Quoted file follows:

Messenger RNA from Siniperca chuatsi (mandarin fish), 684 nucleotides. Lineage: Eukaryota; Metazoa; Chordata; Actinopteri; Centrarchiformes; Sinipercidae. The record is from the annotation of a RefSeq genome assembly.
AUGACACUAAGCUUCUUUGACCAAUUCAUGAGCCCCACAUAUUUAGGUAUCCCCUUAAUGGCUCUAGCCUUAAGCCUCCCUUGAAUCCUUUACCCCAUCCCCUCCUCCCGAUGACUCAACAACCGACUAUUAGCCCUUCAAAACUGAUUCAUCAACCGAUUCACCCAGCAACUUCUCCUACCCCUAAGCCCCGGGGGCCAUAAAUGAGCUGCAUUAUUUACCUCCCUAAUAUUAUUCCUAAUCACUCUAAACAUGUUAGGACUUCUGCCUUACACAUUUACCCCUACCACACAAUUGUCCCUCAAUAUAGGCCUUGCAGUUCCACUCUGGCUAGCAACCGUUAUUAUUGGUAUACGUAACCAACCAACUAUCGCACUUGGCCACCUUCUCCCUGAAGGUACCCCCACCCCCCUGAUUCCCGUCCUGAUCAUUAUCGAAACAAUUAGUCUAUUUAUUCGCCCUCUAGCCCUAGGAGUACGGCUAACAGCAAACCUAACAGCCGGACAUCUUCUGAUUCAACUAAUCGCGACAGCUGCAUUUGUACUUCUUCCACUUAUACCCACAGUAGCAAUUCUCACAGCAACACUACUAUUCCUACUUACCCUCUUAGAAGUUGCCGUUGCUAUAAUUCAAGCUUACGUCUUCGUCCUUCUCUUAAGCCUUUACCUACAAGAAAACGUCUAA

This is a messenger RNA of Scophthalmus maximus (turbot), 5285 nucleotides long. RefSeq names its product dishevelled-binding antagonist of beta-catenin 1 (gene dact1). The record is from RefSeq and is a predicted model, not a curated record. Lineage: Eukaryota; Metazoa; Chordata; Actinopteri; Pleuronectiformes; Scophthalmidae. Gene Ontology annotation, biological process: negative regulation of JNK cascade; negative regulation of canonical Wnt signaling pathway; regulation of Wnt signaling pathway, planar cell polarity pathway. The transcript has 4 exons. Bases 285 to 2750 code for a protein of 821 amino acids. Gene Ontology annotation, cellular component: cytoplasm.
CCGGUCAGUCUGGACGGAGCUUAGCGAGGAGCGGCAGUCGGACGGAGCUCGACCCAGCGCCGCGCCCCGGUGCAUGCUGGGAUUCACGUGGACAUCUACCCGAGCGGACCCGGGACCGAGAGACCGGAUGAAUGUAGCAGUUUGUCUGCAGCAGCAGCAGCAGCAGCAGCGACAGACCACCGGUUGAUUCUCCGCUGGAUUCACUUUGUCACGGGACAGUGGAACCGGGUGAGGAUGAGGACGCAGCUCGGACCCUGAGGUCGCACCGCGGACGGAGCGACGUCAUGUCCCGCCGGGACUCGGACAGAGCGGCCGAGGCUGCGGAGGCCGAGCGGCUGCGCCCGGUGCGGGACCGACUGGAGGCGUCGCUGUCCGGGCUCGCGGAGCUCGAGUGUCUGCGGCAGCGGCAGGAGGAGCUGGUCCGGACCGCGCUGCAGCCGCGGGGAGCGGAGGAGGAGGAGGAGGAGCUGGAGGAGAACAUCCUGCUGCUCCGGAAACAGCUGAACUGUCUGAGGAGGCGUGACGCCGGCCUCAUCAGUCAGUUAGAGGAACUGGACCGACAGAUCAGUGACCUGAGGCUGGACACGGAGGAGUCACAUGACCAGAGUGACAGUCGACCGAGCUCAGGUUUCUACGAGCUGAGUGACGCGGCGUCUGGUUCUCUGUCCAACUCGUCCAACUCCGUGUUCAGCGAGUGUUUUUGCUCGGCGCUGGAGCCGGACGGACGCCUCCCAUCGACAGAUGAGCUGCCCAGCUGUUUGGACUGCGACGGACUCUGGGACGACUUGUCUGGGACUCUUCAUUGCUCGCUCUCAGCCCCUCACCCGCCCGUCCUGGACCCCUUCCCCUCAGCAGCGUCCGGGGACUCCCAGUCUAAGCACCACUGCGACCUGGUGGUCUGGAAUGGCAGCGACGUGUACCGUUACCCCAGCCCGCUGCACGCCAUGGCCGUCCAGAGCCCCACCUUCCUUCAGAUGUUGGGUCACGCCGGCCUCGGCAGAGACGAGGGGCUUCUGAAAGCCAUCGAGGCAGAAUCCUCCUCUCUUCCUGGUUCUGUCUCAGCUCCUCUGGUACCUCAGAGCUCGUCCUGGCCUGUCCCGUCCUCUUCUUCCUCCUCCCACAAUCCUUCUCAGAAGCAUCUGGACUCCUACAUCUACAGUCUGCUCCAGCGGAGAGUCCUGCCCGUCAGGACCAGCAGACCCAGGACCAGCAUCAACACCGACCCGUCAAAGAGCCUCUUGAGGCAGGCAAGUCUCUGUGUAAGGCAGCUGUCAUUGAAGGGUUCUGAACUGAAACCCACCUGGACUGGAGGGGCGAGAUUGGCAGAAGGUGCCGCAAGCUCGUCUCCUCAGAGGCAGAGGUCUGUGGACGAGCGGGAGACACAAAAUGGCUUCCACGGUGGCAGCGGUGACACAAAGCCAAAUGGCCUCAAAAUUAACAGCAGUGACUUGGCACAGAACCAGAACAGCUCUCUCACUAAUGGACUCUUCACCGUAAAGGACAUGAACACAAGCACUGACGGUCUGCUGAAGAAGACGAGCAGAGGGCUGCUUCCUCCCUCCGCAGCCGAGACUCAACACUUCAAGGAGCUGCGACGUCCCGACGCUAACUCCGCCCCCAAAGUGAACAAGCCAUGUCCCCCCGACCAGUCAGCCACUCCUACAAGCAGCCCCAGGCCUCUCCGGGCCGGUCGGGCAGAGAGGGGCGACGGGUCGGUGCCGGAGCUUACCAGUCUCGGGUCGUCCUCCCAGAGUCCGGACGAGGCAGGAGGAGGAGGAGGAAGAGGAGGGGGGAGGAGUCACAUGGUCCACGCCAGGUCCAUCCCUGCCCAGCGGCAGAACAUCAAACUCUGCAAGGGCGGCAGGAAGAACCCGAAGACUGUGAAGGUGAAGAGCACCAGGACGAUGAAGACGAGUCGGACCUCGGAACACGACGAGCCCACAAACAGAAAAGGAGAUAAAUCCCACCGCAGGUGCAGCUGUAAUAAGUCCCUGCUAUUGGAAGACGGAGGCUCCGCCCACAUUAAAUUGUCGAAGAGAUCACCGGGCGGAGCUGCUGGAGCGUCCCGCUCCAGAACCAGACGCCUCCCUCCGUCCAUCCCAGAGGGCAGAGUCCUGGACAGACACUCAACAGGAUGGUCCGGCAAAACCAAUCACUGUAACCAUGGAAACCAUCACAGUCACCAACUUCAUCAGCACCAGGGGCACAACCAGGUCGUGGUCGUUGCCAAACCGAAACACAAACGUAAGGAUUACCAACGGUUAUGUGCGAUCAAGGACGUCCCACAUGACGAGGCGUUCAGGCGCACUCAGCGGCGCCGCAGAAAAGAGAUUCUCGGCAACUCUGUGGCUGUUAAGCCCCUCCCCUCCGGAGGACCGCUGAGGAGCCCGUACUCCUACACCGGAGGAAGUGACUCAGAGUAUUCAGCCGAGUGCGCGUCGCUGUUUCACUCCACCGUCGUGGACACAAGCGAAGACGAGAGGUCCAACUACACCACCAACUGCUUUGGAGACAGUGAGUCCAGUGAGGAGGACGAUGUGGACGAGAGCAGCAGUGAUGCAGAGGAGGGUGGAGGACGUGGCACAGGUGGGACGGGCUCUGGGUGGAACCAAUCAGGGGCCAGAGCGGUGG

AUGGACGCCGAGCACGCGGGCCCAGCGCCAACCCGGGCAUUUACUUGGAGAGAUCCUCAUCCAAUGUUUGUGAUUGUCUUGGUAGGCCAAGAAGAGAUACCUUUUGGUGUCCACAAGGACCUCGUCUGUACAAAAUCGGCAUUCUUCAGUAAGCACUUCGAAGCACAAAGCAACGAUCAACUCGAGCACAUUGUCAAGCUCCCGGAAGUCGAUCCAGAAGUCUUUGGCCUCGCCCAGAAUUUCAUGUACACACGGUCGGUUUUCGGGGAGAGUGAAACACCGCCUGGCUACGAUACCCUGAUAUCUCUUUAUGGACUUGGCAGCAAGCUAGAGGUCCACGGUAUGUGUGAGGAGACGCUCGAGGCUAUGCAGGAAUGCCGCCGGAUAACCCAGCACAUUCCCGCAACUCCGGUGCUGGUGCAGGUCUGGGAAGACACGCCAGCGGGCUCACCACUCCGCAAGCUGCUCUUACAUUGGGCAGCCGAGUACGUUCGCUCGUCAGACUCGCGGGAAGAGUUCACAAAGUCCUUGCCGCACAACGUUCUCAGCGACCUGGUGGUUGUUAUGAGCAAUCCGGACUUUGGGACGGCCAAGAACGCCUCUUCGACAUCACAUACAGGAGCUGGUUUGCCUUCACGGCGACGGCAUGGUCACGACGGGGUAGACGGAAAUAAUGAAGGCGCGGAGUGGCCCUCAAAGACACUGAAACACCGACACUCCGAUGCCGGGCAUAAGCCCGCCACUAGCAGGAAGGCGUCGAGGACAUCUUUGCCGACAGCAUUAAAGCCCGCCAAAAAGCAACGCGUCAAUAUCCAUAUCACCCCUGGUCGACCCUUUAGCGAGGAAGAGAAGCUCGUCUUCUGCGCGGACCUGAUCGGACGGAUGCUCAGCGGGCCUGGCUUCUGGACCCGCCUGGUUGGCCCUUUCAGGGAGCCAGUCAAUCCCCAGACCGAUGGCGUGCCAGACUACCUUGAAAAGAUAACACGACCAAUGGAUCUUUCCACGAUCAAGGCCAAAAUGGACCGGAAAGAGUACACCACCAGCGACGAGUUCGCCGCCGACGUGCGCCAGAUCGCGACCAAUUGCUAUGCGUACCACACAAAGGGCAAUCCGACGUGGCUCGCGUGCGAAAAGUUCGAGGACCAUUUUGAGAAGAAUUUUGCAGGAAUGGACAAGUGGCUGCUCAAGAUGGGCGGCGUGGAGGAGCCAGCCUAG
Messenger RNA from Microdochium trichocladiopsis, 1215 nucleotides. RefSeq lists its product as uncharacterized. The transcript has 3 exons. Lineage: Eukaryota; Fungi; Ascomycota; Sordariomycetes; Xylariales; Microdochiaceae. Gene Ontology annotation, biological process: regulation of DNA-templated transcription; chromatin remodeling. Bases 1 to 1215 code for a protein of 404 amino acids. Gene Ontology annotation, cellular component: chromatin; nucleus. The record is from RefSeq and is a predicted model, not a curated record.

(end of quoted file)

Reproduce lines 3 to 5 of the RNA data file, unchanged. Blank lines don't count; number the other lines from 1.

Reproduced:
This is a messenger RNA of Scophthalmus maximus (turbot), 5285 nucleotides long. RefSeq names its product dishevelled-binding antagonist of beta-catenin 1 (gene dact1). The record is from RefSeq and is a predicted model, not a curated record. Lineage: Eukaryota; Metazoa; Chordata; Actinopteri; Pleuronectiformes; Scophthalmidae. Gene Ontology annotation, biological process: negative regulation of JNK cascade; negative regulation of canonical Wnt signaling pathway; regulation of Wnt signaling pathway, planar cell polarity pathway. The transcript has 4 exons. Bases 285 to 2750 code for a protein of 821 amino acids. Gene Ontology annotation, cellular component: cytoplasm.
CCGGUCAGUCUGGACGGAGCUUAGCGAGGAGCGGCAGUCGGACGGAGCUCGACCCAGCGCCGCGCCCCGGUGCAUGCUGGGAUUCACGUGGACAUCUACCCGAGCGGACCCGGGACCGAGAGACCGGAUGAAUGUAGCAGUUUGUCUGCAGCAGCAGCAGCAGCAGCAGCGACAGACCACCGGUUGAUUCUCCGCUGGAUUCACUUUGUCACGGGACAGUGGAACCGGGUGAGGAUGAGGACGCAGCUCGGACCCUGAGGUCGCACCGCGGACGGAGCGACGUCAUGUCCCGCCGGGACUCGGACAGAGCGGCCGAGGCUGCGGAGGCCGAGCGGCUGCGCCCGGUGCGGGACCGACUGGAGGCGUCGCUGUCCGGGCUCGCGGAGCUCGAGUGUCUGCGGCAGCGGCAGGAGGAGCUGGUCCGGACCGCGCUGCAGCCGCGGGGAGCGGAGGAGGAGGAGGAGGAGCUGGAGGAGAACAUCCUGCUGCUCCGGAAACAGCUGAACUGUCUGAGGAGGCGUGACGCCGGCCUCAUCAGUCAGUUAGAGGAACUGGACCGACAGAUCAGUGACCUGAGGCUGGACACGGAGGAGUCACAUGACCAGAGUGACAGUCGACCGAGCUCAGGUUUCUACGAGCUGAGUGACGCGGCGUCUGGUUCUCUGUCCAACUCGUCCAACUCCGUGUUCAGCGAGUGUUUUUGCUCGGCGCUGGAGCCGGACGGACGCCUCCCAUCGACAGAUGAGCUGCCCAGCUGUUUGGACUGCGACGGACUCUGGGACGACUUGUCUGGGACUCUUCAUUGCUCGCUCUCAGCCCCUCACCCGCCCGUCCUGGACCCCUUCCCCUCAGCAGCGUCCGGGGACUCCCAGUCUAAGCACCACUGCGACCUGGUGGUCUGGAAUGGCAGCGACGUGUACCGUUACCCCAGCCCGCUGCACGCCAUGGCCGUCCAGAGCCCCACCUUCCUUCAGAUGUUGGGUCACGCCGGCCUCGGCAGAGACGAGGGGCUUCUGAAAGCCAUCGAGGCAGAAUCCUCCUCUCUUCCUGGUUCUGUCUCAGCUCCUCUGGUACCUCAGAGCUCGUCCUGGCCUGUCCCGUCCUCUUCUUCCUCCUCCCACAAUCCUUCUCAGAAGCAUCUGGACUCCUACAUCUACAGUCUGCUCCAGCGGAGAGUCCUGCCCGUCAGGACCAGCAGACCCAGGACCAGCAUCAACACCGACCCGUCAAAGAGCCUCUUGAGGCAGGCAAGUCUCUGUGUAAGGCAGCUGUCAUUGAAGGGUUCUGAACUGAAACCCACCUGGACUGGAGGGGCGAGAUUGGCAGAAGGUGCCGCAAGCUCGUCUCCUCAGAGGCAGAGGUCUGUGGACGAGCGGGAGACACAAAAUGGCUUCCACGGUGGCAGCGGUGACACAAAGCCAAAUGGCCUCAAAAUUAACAGCAGUGACUUGGCACAGAACCAGAACAGCUCUCUCACUAAUGGACUCUUCACCGUAAAGGACAUGAACACAAGCACUGACGGUCUGCUGAAGAAGACGAGCAGAGGGCUGCUUCCUCCCUCCGCAGCCGAGACUCAACACUUCAAGGAGCUGCGACGUCCCGACGCUAACUCCGCCCCCAAAGUGAACAAGCCAUGUCCCCCCGACCAGUCAGCCACUCCUACAAGCAGCCCCAGGCCUCUCCGGGCCGGUCGGGCAGAGAGGGGCGACGGGUCGGUGCCGGAGCUUACCAGUCUCGGGUCGUCCUCCCAGAGUCCGGACGAGGCAGGAGGAGGAGGAGGAAGAGGAGGGGGGAGGAGUCACAUGGUCCACGCCAGGUCCAUCCCUGCCCAGCGGCAGAACAUCAAACUCUGCAAGGGCGGCAGGAAGAACCCGAAGACUGUGAAGGUGAAGAGCACCAGGACGAUGAAGACGAGUCGGACCUCGGAACACGACGAGCCCACAAACAGAAAAGGAGAUAAAUCCCACCGCAGGUGCAGCUGUAAUAAGUCCCUGCUAUUGGAAGACGGAGGCUCCGCCCACAUUAAAUUGUCGAAGAGAUCACCGGGCGGAGCUGCUGGAGCGUCCCGCUCCAGAACCAGACGCCUCCCUCCGUCCAUCCCAGAGGGCAGAGUCCUGGACAGACACUCAACAGGAUGGUCCGGCAAAACCAAUCACUGUAACCAUGGAAACCAUCACAGUCACCAACUUCAUCAGCACCAGGGGCACAACCAGGUCGUGGUCGUUGCCAAACCGAAACACAAACGUAAGGAUUACCAACGGUUAUGUGCGAUCAAGGACGUCCCACAUGACGAGGCGUUCAGGCGCACUCAGCGGCGCCGCAGAAAAGAGAUUCUCGGCAACUCUGUGGCUGUUAAGCCCCUCCCCUCCGGAGGACCGCUGAGGAGCCCGUACUCCUACACCGGAGGAAGUGACUCAGAGUAUUCAGCCGAGUGCGCGUCGCUGUUUCACUCCACCGUCGUGGACACAAGCGAAGACGAGAGGUCCAACUACACCACCAACUGCUUUGGAGACAGUGAGUCCAGUGAGGAGGACGAUGUGGACGAGAGCAGCAGUGAUGCAGAGGAGGGUGGAGGACGUGGCACAGGUGGGACGGGCUCUGGGUGGAACCAAUCAGGGGCCAGAGCGGUGG

AUGGACGCCGAGCACGCGGGCCCAGCGCCAACCCGGGCAUUUACUUGGAGAGAUCCUCAUCCAAUGUUUGUGAUUGUCUUGGUAGGCCAAGAAGAGAUACCUUUUGGUGUCCACAAGGACCUCGUCUGUACAAAAUCGGCAUUCUUCAGUAAGCACUUCGAAGCACAAAGCAACGAUCAACUCGAGCACAUUGUCAAGCUCCCGGAAGUCGAUCCAGAAGUCUUUGGCCUCGCCCAGAAUUUCAUGUACACACGGUCGGUUUUCGGGGAGAGUGAAACACCGCCUGGCUACGAUACCCUGAUAUCUCUUUAUGGACUUGGCAGCAAGCUAGAGGUCCACGGUAUGUGUGAGGAGACGCUCGAGGCUAUGCAGGAAUGCCGCCGGAUAACCCAGCACAUUCCCGCAACUCCGGUGCUGGUGCAGGUCUGGGAAGACACGCCAGCGGGCUCACCACUCCGCAAGCUGCUCUUACAUUGGGCAGCCGAGUACGUUCGCUCGUCAGACUCGCGGGAAGAGUUCACAAAGUCCUUGCCGCACAACGUUCUCAGCGACCUGGUGGUUGUUAUGAGCAAUCCGGACUUUGGGACGGCCAAGAACGCCUCUUCGACAUCACAUACAGGAGCUGGUUUGCCUUCACGGCGACGGCAUGGUCACGACGGGGUAGACGGAAAUAAUGAAGGCGCGGAGUGGCCCUCAAAGACACUGAAACACCGACACUCCGAUGCCGGGCAUAAGCCCGCCACUAGCAGGAAGGCGUCGAGGACAUCUUUGCCGACAGCAUUAAAGCCCGCCAAAAAGCAACGCGUCAAUAUCCAUAUCACCCCUGGUCGACCCUUUAGCGAGGAAGAGAAGCUCGUCUUCUGCGCGGACCUGAUCGGACGGAUGCUCAGCGGGCCUGGCUUCUGGACCCGCCUGGUUGGCCCUUUCAGGGAGCCAGUCAAUCCCCAGACCGAUGGCGUGCCAGACUACCUUGAAAAGAUAACACGACCAAUGGAUCUUUCCACGAUCAAGGCCAAAAUGGACCGGAAAGAGUACACCACCAGCGACGAGUUCGCCGCCGACGUGCGCCAGAUCGCGACCAAUUGCUAUGCGUACCACACAAAGGGCAAUCCGACGUGGCUCGCGUGCGAAAAGUUCGAGGACCAUUUUGAGAAGAAUUUUGCAGGAAUGGACAAGUGGCUGCUCAAGAUGGGCGGCGUGGAGGAGCCAGCCUAG